ISPRS Int. J. Geo-Inf.2015, 4(4), 2638-2659; doi:10.3390/ijgi4042638 - published 25 November 2015 Show/Hide Abstract
Abstract: In this paper, a scheme is presented for fusing a foot-mounted Inertial Measurement Unit (IMU) and a floor map to provide ubiquitous positioning in a number of settings, such as in a supermarket as a shopping guide, in a fire emergency service for navigation, or with a hospital patient to be tracked. First, several Zero-Velocity Detection (ZDET) algorithms are compared and discussed when used in the static detection of a pedestrian. By introducing information on the Zero Velocity of the pedestrian, fused with a magnetometer measurement, an improved Pedestrian Dead Reckoning (PDR) model is developed to constrain the accumulating errors associated with the PDR positioning. Second, a Correlation Matching Algorithm based on map projection (CMAP) is presented, and a zone division of a floor map is demonstrated for fusion of the PDR algorithm. Finally, in order to use the dynamic characteristics of a pedestrian’s trajectory, the Adaptive Unscented Kalman Filter (A-UKF) is applied to tightly integrate the IMU, magnetometers and floor map for ubiquitous positioning. The results of a field experiment performed on the fourth floor of the School of Environmental Science and Spatial Informatics (SESSI) building on the China University of Mining and Technology (CUMT) campus confirm that the proposed scheme can reliably achieve meter-level positioning.
ISPRS Int. J. Geo-Inf.2015, 4(4), 2619-2637; doi:10.3390/ijgi4042619 - published 24 November 2015 Show/Hide Abstract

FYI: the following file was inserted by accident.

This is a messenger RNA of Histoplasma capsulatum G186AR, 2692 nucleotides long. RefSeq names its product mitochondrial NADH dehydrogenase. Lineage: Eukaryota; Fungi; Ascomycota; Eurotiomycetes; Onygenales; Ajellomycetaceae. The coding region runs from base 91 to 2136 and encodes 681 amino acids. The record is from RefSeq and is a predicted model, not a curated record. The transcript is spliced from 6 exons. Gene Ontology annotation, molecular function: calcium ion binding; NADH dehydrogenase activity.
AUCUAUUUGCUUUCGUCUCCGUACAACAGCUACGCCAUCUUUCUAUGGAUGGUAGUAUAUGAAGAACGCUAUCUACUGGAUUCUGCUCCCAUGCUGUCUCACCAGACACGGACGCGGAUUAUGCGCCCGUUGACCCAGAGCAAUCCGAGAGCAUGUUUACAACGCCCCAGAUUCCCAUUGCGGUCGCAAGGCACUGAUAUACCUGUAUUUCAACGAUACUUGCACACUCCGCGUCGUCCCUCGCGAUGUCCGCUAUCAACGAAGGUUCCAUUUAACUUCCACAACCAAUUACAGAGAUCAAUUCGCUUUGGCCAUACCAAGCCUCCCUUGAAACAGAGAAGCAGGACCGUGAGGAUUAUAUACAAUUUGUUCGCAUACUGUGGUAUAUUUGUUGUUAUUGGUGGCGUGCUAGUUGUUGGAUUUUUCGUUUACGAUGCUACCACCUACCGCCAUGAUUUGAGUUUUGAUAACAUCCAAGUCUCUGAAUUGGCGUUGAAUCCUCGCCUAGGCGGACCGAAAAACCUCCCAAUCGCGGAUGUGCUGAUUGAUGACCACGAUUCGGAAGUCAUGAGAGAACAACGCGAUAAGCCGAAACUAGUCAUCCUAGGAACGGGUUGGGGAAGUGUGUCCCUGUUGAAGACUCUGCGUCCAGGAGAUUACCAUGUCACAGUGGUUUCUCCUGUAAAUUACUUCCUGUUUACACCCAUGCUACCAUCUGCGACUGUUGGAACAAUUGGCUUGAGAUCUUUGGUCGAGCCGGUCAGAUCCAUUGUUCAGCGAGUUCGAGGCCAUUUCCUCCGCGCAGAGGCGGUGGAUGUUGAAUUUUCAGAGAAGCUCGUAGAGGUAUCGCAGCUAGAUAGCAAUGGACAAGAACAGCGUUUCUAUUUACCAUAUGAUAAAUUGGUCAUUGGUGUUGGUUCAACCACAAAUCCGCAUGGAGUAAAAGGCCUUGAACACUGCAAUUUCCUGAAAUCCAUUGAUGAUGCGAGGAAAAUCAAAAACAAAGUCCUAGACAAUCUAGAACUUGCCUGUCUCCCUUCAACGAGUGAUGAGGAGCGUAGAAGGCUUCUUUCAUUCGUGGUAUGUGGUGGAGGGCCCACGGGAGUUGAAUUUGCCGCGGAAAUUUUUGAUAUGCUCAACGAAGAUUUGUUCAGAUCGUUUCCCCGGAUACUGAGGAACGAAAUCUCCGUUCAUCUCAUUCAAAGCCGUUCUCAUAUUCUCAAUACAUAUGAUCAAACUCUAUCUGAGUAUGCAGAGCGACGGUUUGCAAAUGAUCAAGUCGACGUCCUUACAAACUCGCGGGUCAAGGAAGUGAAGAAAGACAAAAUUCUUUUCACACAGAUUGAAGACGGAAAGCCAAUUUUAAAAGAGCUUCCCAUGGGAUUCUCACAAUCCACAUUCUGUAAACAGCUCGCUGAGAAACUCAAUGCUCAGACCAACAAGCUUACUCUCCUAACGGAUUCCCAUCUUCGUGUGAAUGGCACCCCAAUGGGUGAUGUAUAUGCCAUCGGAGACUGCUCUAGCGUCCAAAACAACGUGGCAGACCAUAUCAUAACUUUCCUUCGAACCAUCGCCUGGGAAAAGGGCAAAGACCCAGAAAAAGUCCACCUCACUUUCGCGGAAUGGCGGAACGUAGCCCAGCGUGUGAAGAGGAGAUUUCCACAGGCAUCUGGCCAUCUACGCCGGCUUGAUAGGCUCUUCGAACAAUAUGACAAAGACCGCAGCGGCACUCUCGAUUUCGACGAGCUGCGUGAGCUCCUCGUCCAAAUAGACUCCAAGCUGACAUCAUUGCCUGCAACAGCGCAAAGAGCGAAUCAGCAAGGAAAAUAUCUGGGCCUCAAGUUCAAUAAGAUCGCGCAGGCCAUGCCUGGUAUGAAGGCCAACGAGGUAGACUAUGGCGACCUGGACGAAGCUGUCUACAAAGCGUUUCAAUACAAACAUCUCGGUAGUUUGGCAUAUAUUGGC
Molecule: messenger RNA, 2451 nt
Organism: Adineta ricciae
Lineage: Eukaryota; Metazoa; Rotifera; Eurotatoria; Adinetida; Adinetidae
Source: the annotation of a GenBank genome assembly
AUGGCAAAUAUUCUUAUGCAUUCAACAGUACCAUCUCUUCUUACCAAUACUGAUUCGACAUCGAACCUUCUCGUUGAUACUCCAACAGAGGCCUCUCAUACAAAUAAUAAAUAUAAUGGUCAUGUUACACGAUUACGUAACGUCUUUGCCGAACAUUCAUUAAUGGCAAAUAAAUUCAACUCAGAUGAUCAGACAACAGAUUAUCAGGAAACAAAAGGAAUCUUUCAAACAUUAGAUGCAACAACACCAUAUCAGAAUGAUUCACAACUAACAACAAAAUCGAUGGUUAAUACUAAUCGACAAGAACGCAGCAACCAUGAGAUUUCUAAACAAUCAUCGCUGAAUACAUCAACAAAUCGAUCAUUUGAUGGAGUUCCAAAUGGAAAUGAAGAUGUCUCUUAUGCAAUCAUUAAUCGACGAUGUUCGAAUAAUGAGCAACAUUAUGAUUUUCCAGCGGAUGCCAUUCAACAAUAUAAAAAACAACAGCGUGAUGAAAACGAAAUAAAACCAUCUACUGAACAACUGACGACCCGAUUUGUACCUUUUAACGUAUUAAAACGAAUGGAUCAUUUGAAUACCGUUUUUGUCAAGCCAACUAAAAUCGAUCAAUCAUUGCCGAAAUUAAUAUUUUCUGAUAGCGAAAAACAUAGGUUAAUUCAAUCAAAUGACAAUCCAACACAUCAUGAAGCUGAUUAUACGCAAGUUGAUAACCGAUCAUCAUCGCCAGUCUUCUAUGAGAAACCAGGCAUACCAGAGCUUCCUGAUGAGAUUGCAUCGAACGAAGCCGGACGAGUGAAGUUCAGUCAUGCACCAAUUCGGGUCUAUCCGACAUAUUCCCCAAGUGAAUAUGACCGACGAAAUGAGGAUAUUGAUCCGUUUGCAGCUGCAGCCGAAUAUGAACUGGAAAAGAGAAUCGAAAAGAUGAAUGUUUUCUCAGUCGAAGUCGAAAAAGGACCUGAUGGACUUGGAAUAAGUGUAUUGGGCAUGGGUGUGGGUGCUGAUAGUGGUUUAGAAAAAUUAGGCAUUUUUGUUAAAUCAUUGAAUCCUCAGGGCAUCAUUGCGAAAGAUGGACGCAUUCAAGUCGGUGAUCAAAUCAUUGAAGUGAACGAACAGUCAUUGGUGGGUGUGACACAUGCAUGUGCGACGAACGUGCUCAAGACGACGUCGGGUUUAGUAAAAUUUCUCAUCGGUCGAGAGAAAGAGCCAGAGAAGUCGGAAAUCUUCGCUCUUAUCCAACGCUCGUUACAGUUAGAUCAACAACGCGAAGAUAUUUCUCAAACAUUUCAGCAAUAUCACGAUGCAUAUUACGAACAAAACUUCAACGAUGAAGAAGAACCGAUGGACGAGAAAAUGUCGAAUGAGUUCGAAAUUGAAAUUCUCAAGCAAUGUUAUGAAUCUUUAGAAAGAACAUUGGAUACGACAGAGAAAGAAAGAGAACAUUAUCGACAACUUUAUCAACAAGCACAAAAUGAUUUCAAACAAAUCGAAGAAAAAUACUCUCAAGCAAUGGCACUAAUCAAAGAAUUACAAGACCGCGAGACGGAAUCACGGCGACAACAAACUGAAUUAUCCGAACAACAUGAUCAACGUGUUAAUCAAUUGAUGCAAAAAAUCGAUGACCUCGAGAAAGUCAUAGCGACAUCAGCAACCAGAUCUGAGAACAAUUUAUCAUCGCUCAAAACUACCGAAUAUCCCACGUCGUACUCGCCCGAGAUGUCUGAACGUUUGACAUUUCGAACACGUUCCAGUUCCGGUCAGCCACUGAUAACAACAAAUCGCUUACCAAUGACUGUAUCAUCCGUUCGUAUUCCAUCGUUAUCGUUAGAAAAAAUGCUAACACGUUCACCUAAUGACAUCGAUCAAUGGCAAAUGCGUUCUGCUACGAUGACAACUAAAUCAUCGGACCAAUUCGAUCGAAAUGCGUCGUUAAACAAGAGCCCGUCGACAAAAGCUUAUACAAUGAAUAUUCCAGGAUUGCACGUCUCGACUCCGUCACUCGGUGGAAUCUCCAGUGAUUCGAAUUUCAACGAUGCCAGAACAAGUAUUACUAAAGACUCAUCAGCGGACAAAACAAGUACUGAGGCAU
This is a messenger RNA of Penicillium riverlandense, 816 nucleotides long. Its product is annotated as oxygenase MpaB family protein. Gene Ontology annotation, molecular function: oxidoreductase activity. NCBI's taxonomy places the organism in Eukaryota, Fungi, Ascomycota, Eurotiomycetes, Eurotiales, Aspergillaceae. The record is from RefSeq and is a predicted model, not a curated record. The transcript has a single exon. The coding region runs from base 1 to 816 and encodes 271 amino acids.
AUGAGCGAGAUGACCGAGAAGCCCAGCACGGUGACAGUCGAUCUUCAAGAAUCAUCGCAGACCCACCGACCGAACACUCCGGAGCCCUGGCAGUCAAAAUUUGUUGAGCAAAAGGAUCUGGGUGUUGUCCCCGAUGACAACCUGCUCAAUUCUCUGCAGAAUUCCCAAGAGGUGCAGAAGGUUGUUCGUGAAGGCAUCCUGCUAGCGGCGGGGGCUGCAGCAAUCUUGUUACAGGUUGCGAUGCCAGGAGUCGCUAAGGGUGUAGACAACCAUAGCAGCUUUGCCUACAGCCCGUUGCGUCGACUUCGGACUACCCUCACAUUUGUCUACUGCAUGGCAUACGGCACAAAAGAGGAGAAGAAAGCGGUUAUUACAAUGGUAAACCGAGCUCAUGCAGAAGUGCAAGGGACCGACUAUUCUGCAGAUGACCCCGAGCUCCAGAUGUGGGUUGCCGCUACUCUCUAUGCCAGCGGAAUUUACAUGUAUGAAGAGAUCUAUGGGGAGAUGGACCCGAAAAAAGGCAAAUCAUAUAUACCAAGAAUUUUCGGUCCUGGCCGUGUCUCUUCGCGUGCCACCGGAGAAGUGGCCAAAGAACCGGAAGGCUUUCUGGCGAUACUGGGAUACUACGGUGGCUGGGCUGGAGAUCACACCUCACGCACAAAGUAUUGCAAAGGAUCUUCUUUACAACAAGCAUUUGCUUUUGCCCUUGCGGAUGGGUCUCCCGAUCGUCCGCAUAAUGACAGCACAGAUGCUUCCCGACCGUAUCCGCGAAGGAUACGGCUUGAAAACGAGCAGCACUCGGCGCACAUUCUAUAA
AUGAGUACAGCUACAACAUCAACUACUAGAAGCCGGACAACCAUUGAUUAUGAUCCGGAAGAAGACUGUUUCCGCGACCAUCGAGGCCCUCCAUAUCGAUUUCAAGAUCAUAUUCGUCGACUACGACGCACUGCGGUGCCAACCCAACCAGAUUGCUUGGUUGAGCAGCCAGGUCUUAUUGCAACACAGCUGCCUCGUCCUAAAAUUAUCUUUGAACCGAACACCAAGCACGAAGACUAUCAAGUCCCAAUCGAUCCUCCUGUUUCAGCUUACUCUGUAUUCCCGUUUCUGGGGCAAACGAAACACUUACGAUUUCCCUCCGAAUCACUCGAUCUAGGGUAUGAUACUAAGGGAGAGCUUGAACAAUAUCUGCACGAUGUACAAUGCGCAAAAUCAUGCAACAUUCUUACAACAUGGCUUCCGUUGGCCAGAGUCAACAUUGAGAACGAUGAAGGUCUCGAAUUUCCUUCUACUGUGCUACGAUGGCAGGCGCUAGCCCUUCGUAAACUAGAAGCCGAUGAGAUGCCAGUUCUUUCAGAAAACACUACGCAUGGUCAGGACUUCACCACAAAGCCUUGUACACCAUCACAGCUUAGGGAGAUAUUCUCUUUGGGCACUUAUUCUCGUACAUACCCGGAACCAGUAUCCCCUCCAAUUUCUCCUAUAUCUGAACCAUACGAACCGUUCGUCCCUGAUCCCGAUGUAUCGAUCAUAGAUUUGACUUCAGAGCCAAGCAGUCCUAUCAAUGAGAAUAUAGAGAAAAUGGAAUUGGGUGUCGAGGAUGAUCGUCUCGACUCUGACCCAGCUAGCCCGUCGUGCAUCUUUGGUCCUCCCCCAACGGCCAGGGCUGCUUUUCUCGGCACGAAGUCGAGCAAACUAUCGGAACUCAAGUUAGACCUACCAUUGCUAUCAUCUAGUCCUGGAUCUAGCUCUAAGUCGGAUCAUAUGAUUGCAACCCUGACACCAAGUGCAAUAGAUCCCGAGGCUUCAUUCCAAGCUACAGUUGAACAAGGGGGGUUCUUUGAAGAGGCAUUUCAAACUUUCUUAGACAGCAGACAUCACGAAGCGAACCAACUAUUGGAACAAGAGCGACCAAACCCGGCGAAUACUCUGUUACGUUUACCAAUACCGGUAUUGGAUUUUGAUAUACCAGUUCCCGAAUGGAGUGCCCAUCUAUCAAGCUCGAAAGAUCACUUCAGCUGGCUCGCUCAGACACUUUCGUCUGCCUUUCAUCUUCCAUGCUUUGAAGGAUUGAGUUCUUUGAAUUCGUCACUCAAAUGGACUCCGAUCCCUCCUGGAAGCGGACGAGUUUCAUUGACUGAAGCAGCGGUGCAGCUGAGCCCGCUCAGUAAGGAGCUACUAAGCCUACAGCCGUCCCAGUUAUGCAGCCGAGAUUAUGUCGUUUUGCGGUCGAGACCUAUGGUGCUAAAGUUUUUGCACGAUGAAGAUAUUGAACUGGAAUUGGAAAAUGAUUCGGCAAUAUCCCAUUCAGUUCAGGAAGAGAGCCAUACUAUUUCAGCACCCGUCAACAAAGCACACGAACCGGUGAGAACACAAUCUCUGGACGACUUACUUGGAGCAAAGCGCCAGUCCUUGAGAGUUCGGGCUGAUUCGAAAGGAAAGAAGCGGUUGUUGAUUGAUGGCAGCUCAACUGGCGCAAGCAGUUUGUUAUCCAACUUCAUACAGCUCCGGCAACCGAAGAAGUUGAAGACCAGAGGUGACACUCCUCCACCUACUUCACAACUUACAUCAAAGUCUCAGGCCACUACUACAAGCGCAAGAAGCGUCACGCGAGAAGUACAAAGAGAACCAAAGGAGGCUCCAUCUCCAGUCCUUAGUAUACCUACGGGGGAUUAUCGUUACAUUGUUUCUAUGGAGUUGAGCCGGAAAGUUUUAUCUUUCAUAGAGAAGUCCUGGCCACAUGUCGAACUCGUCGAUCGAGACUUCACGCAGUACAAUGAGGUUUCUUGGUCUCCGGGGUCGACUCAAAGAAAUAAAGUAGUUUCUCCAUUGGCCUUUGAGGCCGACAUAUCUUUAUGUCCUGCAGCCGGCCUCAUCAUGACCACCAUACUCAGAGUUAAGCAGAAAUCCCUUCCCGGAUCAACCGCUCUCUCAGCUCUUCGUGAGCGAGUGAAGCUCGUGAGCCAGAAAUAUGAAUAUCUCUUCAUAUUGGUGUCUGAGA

Abstract: Spectral Analysis of Surface Wave (SASW) is widely used in nondestructive subsurface profiling for geological sites. The air-coupled SASW is an extension from conventional SASW methods by replacing ground-mounted accelerometers with non-contact microphones, which acquire a leaky surface wave instead of ground vibration. The air-coupled SASW is a good candidate for fast inspection in shallow geological studies. Especially for pavement maintenance, minimum traffic interference might be induced. One issue that restrains SASW from fast inspection is the traditional slow inversion which relies on guess-and-check iteration techniques including a forward analysis. In this article, a fast inversion analysis algorithm is proposed to estimate the shear velocity profile without performing conventional forward simulation. By investigating the attenuation of particle displacement along penetrating depths, a weighted combination relationship is derived to connect the dispersion curve with the shear velocity profile directly. Using this relationship, the shear velocity profile could be estimated from a given/measured dispersion curve. The proposed procedure allows the surface wave-based method to be fully automatic and even operated in real-time for geological site and pavement assessment. The method is verified by the forward analysis with stiffness matrix method. It is also proved by comparing with other published results using various inversion methods.